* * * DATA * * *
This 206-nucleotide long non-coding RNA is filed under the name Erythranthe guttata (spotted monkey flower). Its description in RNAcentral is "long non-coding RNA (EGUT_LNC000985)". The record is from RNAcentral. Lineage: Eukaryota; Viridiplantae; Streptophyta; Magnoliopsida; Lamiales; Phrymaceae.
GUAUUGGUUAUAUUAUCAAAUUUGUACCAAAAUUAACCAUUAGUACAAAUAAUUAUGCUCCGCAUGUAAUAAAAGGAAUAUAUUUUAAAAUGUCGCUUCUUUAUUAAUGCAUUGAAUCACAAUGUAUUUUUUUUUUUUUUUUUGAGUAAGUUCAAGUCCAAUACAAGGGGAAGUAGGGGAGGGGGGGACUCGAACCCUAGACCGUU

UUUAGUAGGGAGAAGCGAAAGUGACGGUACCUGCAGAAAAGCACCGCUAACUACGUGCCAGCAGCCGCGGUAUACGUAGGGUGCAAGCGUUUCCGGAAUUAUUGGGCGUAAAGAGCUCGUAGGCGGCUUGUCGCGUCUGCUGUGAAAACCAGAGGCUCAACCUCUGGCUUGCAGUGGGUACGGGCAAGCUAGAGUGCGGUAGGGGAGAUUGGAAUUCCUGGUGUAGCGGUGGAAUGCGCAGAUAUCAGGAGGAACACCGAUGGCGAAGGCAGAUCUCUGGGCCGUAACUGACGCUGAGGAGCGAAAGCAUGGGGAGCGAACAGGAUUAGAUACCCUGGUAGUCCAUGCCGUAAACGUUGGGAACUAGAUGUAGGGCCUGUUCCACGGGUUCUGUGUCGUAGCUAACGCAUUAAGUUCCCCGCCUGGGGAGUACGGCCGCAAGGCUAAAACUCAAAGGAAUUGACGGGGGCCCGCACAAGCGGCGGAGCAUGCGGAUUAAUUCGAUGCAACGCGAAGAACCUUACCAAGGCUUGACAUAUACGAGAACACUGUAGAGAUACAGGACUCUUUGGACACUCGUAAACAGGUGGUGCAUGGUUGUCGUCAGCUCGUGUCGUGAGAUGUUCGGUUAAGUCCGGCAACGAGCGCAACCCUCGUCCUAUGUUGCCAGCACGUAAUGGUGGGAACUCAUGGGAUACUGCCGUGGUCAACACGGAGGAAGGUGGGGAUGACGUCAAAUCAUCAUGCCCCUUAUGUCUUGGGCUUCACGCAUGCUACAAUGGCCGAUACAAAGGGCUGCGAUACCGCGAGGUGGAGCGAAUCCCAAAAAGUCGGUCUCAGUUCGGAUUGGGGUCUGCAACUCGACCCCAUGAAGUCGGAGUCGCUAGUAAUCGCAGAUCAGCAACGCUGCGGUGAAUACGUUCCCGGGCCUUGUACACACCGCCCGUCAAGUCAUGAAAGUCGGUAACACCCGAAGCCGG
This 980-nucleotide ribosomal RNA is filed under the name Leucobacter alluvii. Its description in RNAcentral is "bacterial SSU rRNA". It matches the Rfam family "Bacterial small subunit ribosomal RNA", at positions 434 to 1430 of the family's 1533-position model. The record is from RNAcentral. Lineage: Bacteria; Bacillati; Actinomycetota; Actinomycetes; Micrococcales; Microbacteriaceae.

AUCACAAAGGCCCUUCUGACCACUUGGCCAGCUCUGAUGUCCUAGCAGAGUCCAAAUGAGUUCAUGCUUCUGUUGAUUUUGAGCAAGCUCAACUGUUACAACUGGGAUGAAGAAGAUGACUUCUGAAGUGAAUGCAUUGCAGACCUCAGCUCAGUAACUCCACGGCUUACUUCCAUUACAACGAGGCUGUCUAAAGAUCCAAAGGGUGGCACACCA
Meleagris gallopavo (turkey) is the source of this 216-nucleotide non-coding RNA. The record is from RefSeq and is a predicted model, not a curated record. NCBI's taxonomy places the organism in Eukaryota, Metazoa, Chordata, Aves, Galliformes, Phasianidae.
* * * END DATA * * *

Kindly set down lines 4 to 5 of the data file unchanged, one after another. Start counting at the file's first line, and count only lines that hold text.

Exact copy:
This 980-nucleotide ribosomal RNA is filed under the name Leucobacter alluvii. Its description in RNAcentral is "bacterial SSU rRNA". It matches the Rfam family "Bacterial small subunit ribosomal RNA", at positions 434 to 1430 of the family's 1533-position model. The record is from RNAcentral. Lineage: Bacteria; Bacillati; Actinomycetota; Actinomycetes; Micrococcales; Microbacteriaceae.

AUCACAAAGGCCCUUCUGACCACUUGGCCAGCUCUGAUGUCCUAGCAGAGUCCAAAUGAGUUCAUGCUUCUGUUGAUUUUGAGCAAGCUCAACUGUUACAACUGGGAUGAAGAAGAUGACUUCUGAAGUGAAUGCAUUGCAGACCUCAGCUCAGUAACUCCACGGCUUACUUCCAUUACAACGAGGCUGUCUAAAGAUCCAAAGGGUGGCACACCA